When I first started writing this blog (an eternity ago in internet time) I wrote a lengthy critique on the work of one sun-dazed film-maker who had come back to haunt us with one more self-indulgent release and actually got a (largely snarky) reply from one of the film-maker’s longtime buddies in LA. Several years later, I get, as  I say, minimal response. However, the old maxim remains true – Be careful what you wish for.

A few months ago. I began receiving some intriguing posts from what appeared to be an attractive young American woman. Having experienced this “game” in high school and having watched the film Catfish (before the movie title became an Internet term) I did not make an expected move that could be deemed inappropriate or just plain humorous. I assumed the “posts” and “pics” were the product of some bored young suburbanites or some local men/women/collective who knew I was writing a blog (largely for my own reasons) and decided to prank me.  Since my responses to this mysterious “poster” were largely non-committal he/she/they eventually got tired of the “game” and moved on .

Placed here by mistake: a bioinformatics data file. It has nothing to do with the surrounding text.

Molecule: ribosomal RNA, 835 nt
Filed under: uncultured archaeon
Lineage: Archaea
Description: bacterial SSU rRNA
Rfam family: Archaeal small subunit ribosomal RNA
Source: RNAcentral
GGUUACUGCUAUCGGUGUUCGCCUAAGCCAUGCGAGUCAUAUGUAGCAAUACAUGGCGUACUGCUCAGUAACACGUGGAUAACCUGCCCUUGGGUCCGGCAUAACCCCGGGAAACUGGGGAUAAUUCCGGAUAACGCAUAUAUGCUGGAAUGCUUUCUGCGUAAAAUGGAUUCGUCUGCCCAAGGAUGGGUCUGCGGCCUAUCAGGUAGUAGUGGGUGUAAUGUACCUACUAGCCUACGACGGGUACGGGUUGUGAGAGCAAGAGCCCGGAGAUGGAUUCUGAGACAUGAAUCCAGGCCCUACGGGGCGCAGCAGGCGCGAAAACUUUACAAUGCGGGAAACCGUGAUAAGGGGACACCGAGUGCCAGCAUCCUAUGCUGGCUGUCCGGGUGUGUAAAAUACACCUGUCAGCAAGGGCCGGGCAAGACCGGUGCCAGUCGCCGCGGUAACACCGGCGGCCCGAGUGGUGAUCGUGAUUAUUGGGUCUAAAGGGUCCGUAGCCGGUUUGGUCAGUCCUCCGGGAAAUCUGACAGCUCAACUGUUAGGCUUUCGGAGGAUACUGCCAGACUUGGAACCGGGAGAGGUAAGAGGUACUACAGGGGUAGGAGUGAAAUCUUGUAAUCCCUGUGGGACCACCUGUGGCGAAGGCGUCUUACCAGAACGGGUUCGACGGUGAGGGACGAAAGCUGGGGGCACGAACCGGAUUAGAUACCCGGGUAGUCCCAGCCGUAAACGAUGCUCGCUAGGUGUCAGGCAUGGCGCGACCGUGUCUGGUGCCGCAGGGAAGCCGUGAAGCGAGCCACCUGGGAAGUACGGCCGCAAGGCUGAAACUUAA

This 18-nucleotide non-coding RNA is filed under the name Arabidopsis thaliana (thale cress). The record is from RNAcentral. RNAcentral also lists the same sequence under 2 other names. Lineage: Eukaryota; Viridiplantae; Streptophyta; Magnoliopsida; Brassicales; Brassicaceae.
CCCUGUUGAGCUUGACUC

Still, it’s an interesting world we now live in.

I Rented It on DVD: “Edge of Seventeen”

Yawn! Another coming-of-age tale about privileged white teen-aged suburbanites who drive  gleaming new cars and vans to school (no second hand jalopies in this crowd), have pools in their backyard and all the latest technological gear at their disposal.

As usual, most of the actors in these films are too old to play high school students. 20 year old Hailee Steinfeld plays a high school junior!

17 - Hatlee
Hailee Steinfeld – Yearbook picture?

Fortunately, for writer/director and co-producer Kelly Fremon Craig, it is Ms. Steinfeld’s remarkable performance as troubled teen Nadine that saves the movie. Striking an ironic pose to hide the confusion lurking just underneath, Ms. Steinfeld somehow makes her difficult character human and, um. likeable. If you ask me (and no one did) she should have been Oscar nominated for this role as well as the Academy nod for her performance in the Coen brothers’ version of True Grit. (She did earn a Golden Globe nomination for her work in Edge of Seventeen.)

Her exchanges with Woody Harrelson, as a deceptively sympathetic teacher, especially shine.

17 - poster

A Dark Twist on an Old Story? Not Even Close

Okay, I know how I started writing about a 2010 movie based on a 2001 novel but I am not sure why I am posting an entry in my blog about them.